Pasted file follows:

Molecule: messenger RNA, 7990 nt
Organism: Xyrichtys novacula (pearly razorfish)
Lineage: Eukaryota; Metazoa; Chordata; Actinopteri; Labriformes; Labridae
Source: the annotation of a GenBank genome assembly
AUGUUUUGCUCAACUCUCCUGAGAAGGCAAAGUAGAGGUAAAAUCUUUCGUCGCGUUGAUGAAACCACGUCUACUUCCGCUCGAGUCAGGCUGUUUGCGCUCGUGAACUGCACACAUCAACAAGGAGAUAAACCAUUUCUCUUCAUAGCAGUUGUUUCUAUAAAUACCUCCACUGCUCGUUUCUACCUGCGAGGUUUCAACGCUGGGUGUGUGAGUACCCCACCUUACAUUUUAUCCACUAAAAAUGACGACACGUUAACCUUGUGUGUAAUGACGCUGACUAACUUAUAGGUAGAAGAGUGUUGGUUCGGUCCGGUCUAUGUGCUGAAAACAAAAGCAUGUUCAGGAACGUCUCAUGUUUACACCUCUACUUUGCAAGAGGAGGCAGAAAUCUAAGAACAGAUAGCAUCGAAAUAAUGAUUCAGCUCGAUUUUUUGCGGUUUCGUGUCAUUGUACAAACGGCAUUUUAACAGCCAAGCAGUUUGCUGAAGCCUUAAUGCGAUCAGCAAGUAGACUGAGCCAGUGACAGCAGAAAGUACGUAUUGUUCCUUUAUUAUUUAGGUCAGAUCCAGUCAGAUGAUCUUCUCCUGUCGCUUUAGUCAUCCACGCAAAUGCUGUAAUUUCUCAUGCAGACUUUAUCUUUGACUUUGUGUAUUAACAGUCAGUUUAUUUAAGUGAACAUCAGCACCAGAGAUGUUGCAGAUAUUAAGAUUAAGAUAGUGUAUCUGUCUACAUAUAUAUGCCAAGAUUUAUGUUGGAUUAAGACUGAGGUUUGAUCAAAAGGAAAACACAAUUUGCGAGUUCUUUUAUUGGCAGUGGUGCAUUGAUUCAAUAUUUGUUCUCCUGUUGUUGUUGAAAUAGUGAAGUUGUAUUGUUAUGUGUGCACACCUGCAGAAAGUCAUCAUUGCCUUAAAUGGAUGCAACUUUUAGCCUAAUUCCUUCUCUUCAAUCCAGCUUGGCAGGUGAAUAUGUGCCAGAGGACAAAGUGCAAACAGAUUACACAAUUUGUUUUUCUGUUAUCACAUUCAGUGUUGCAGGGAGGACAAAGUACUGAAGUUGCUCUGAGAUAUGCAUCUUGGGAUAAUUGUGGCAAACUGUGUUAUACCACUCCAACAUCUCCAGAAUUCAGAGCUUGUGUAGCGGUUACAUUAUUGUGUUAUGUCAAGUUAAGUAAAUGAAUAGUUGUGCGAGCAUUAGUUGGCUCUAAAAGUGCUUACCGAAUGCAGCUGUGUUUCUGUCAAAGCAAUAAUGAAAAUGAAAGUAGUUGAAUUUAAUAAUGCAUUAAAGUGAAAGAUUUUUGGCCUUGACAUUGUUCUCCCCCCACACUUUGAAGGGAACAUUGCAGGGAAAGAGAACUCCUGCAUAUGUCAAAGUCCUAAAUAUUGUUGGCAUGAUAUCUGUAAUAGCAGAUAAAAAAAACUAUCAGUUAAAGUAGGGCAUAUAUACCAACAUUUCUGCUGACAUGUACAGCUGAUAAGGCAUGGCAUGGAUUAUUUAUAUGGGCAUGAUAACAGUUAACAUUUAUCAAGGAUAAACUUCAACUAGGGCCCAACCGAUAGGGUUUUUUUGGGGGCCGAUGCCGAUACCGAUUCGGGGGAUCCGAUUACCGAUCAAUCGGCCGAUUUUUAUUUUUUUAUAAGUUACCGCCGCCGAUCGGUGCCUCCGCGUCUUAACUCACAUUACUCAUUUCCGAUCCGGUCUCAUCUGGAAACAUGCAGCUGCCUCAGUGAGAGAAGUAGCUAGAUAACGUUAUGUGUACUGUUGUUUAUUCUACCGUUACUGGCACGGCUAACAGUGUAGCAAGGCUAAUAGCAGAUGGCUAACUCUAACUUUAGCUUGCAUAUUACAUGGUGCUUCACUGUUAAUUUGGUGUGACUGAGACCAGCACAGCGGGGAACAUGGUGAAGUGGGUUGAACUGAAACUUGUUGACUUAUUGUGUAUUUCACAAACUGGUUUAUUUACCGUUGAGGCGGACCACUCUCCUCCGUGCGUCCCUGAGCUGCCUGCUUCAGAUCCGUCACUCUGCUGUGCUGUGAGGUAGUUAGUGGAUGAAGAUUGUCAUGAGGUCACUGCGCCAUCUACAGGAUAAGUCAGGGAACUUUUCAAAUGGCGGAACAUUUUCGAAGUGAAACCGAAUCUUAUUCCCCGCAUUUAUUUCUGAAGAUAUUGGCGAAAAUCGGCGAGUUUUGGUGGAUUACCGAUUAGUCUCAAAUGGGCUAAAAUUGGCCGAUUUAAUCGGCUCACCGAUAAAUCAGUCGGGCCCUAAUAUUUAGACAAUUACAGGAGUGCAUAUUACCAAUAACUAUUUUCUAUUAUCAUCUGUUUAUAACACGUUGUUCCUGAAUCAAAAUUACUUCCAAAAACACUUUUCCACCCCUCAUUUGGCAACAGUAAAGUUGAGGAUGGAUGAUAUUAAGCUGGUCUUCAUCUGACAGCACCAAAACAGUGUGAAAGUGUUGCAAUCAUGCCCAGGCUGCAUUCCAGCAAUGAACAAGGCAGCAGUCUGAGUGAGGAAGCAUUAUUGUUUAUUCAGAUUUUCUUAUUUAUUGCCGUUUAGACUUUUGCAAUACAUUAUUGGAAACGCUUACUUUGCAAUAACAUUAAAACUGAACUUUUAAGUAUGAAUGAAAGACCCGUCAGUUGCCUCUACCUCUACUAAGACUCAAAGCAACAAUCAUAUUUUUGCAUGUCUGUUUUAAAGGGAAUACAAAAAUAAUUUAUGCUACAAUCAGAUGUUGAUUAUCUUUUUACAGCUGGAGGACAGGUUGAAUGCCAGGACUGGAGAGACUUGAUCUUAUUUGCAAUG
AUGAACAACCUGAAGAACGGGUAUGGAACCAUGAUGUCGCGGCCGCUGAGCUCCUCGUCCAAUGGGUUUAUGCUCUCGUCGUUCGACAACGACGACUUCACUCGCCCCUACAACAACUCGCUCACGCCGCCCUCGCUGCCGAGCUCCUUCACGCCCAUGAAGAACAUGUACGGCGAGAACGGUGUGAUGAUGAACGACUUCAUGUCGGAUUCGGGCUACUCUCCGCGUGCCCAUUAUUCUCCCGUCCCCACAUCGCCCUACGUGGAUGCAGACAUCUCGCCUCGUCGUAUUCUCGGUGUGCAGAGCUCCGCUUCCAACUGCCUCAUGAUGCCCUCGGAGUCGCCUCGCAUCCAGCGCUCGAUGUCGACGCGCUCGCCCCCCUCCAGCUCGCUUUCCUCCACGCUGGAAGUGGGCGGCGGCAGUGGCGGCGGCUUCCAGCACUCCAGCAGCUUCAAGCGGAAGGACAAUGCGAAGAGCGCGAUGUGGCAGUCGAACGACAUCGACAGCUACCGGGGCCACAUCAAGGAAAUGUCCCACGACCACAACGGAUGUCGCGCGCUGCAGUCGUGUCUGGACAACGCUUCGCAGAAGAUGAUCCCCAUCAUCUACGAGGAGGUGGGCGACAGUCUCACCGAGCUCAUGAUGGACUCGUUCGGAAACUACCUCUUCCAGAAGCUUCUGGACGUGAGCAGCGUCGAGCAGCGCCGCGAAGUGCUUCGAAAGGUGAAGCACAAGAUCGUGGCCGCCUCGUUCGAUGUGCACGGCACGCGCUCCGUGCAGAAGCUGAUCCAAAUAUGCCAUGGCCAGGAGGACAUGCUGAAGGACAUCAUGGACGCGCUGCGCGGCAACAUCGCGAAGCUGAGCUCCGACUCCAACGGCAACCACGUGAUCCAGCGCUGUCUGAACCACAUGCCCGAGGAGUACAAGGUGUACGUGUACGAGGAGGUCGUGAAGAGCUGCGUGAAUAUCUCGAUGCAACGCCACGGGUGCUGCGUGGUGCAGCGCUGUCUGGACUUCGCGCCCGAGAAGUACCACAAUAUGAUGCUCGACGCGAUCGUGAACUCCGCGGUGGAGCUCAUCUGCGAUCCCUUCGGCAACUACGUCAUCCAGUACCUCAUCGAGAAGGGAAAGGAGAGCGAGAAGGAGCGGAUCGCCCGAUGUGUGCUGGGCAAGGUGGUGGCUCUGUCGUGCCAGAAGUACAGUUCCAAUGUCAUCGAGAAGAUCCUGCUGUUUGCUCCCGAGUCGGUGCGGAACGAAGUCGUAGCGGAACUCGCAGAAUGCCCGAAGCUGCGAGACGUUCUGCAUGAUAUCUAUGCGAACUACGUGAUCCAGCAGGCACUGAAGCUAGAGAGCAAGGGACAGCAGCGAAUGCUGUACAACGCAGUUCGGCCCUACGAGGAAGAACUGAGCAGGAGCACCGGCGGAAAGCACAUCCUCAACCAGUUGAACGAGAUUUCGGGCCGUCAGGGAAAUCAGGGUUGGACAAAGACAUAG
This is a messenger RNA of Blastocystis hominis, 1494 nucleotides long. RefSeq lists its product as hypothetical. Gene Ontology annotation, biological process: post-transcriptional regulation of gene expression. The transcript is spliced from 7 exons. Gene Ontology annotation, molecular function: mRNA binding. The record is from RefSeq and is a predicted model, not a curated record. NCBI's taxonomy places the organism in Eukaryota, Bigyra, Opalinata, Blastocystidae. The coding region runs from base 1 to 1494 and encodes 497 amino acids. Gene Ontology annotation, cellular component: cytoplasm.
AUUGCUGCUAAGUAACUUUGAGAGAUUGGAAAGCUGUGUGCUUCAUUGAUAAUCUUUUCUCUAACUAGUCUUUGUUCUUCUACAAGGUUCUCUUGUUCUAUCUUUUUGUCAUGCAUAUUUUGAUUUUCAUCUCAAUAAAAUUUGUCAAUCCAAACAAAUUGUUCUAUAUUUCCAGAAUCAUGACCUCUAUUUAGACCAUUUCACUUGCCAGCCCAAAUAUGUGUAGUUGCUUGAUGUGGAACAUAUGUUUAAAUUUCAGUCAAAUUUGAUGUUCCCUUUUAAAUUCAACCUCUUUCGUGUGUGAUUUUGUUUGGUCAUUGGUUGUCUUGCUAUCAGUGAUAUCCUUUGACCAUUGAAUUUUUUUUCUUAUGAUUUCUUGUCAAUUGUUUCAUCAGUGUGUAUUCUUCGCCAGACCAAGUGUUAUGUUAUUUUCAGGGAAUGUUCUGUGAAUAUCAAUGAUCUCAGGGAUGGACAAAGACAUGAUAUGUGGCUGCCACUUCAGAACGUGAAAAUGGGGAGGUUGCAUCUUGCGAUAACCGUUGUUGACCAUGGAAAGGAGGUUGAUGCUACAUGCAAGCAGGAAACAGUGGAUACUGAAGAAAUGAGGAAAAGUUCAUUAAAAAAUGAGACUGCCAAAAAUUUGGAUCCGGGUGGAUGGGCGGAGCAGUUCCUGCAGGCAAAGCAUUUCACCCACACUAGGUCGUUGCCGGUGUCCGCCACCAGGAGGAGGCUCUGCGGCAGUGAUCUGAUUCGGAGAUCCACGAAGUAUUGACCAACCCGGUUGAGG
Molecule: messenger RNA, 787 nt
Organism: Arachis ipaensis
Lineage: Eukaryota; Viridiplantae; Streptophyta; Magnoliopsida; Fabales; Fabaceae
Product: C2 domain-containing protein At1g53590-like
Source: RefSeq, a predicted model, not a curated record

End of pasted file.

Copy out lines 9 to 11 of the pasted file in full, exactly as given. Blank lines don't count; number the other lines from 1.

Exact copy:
Molecule: messenger RNA, 787 nt
Organism: Arachis ipaensis
Lineage: Eukaryota; Viridiplantae; Streptophyta; Magnoliopsida; Fabales; Fabaceae